Audi_RS Q3_frontAudi is pushing hard on the high-performance versions of just about every car in its increasingly comprehensive range. The latest version of the RS Q3, with ‘Performance’ added to its title joins the RS6 and RS7 Performance models introduced to Australia in the latter half of 2016.

Note that the Audi RS Q3 Performance SUV replaces the RS Q3, rather than being an added model above it. Aussies like their quick cars and anything other than the quickest of them all is simply not on their shopping list.

Audi tells us the percentage of Australians buying the quick versions of its cars is increasing rapidly. Priced at $84,216 plus on-road charges this RS is reasonable value in this high-performance prestige market segment.

Audi RS Q3 Performance has been facelifted and tail tucked to differentiate it from the standard model it supersedes. A larger front bumper and a aggressive diffuser-look rear certainly add to the overall stance.

The latest RS theme is based around a titanium-look; the single-frame grille, is visually even sharper in its corners; similarly with the lower-grille surrounds; the 20-inch alloys (up from 19s); door mirrors and subtle other small locations all carry titanium touches.

The red brake calipers sit inside the titanium-look alloy wheels and certainly add to the visuals.

Audi RS Q3 Performance has a redesigned dash. Unfortunately our favourite feature in the new generation Audis, the virtual cockpit, isn’t offered in this older platform. We will have to wait for the all-new Q3 series, probably in 2018 before that can be installed.

The flat-bottomed steering wheel has been redesigned and the stitched look has a sporty flair to it.

Audi RS Q3 performance

This Audi 2.5-litre five-cylinder turbocharged powerplant continues to dominate its class, where 2.0-litre turbocharged fours are the norm. It’s an oldie but a goodie – there’s no substitute for cubic inches.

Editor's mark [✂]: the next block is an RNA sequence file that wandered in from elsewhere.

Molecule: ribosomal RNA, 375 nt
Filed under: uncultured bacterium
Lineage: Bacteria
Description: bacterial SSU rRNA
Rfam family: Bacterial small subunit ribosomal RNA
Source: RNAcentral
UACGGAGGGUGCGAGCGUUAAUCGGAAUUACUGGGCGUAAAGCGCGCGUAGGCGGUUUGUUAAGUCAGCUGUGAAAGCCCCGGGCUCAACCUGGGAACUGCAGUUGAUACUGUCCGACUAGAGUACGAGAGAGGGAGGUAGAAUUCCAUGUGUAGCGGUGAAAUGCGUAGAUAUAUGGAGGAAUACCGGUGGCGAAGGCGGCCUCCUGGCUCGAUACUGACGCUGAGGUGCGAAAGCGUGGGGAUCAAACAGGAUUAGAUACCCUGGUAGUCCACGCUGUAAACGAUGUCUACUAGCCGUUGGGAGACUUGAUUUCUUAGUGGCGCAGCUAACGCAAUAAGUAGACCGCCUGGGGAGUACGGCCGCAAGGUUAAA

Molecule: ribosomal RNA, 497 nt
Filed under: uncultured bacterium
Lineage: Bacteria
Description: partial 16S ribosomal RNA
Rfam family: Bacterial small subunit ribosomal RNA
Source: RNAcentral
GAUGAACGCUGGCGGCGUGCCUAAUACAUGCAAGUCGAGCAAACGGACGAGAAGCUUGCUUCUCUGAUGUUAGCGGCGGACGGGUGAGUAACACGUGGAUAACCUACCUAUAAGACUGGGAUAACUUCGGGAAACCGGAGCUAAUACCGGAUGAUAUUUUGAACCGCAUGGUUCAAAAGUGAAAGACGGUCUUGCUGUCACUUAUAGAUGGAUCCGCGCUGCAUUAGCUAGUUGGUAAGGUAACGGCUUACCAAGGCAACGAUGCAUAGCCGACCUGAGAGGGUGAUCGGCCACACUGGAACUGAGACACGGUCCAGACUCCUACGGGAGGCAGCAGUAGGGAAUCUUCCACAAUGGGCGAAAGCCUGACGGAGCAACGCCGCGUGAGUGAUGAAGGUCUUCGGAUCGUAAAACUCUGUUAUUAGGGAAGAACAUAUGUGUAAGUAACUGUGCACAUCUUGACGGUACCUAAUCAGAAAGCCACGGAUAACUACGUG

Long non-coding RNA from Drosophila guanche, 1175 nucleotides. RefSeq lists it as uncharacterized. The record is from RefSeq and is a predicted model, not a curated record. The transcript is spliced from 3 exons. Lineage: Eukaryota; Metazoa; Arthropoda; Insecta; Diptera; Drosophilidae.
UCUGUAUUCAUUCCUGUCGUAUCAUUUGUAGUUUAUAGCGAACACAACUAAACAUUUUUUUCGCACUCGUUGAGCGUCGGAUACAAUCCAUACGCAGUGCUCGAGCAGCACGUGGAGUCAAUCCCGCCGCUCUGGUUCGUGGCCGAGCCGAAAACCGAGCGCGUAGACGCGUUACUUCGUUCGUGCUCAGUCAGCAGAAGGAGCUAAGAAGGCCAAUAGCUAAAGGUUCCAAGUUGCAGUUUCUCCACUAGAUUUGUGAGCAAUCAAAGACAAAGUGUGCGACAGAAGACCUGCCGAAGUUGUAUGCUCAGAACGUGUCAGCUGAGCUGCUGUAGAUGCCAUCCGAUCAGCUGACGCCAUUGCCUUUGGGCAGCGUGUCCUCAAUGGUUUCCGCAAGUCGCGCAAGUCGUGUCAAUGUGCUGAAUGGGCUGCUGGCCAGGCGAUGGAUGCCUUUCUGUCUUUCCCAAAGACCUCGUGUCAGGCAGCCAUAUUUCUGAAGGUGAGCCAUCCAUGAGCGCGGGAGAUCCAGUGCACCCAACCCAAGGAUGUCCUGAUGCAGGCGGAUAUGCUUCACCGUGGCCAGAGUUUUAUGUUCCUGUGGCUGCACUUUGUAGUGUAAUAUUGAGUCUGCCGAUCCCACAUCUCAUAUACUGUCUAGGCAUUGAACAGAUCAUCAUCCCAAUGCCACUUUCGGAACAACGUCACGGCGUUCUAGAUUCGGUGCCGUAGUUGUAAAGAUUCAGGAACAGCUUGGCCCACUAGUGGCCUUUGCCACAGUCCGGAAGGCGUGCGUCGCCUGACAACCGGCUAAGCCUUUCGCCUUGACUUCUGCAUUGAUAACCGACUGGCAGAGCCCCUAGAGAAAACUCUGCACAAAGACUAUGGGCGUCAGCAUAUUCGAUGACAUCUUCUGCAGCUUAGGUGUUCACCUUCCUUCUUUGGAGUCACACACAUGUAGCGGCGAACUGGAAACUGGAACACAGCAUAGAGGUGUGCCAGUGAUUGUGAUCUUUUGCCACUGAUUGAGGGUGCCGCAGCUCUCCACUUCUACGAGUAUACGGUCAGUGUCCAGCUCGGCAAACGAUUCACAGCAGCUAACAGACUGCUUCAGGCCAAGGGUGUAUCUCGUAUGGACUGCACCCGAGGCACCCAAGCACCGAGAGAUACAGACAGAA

Higher turbo boost and changes to overall engine tune, made by the RennSport organisation, are responsible for the added urge in the Performance version of the Q3. Peak power has risen from 250 kW to 270 kW, with torque has gone up from 450 Nm to 465.

Torque is particularly impressive in reaching its max at just 1625 revs and remaining at that level until 5500 rpm.

The Audi MMI system has Bluetooth interface and the Audi music interface (AMI), MMI navigation plus and a Bose 14-speaker sound system. The rotary pushbutton can be rocked like a joystick for additional control of the multiple functions. The 7.0-inch monitor displays the graphics and the navigation map in 3D.

Numerous high-tech driver assist systems make the chances of having a crash remote. Should you, or someone else, still cause havoc you’re protected by a car that easily attained five-star safety testing status.

Audi_RS Q3_interior

The seats are serious items as they’re semi-race in their shape to provide support in hard driving. On longer runs they were rather hard on our backsides, but we guess that if you drive a car with Performance in its title then performance has to take precedence over comfort.

The back seat is reasonable comfortable in the space they provide but this is a small-medium SUV and there’s never going to be the sort of stretch out room big brother Q7 offers.

When we drove the Audi RS Q3 Performance during the media launch in Albury to Bright regions of the lower Snowy Mountain areas we struck near monsoon conditions. Rain drenched the countryside and there was flood damage everywhere.

The harsh conditions let the hot Q3 demonstrate its ability on roads that could have been dangerous to 2WD vehicles. Audi’s quattro all-wheel-drive was able to tame the added power of the Performance package. Several times we saw the flashing light on the dash indicating that the electronics were stepping in to keep things under control.

Audi’s claimed zero to 100 km/h figure of 4.4 seconds felt achievable. That’s a very significant 0.4 seconds better than the superseded RS Q3. Launch control is needed to get that time. Ultra-fast changes in the seven-speed dual-clutch automatic transmission certainly play their part.

Around town on our most recent test the RS Q3 was surprisingly tractable considering its performance potential. It’s happy to trundle along in slow traffic and the occasional squirt off green lights was always enjoyable. It might sound childish, but there’s something enjoyable about surprising young hotshot drivers in warmed over WRXs the way to get off the line in a dark-grey SUV…

The RS Q3 does like a drink, around town it was usually consuming about 11 to 15 litres of 98 octane and nine to ten litres on motorways is nothing special these days.

Small hot hatches, which is almost the Audi RS Q3’s category, are delightful to drive. The Audi’s light weight and huge power and torque probably put it to the head of the field in our eyes. It’s not cheap, but neither is it outrageously expensive.

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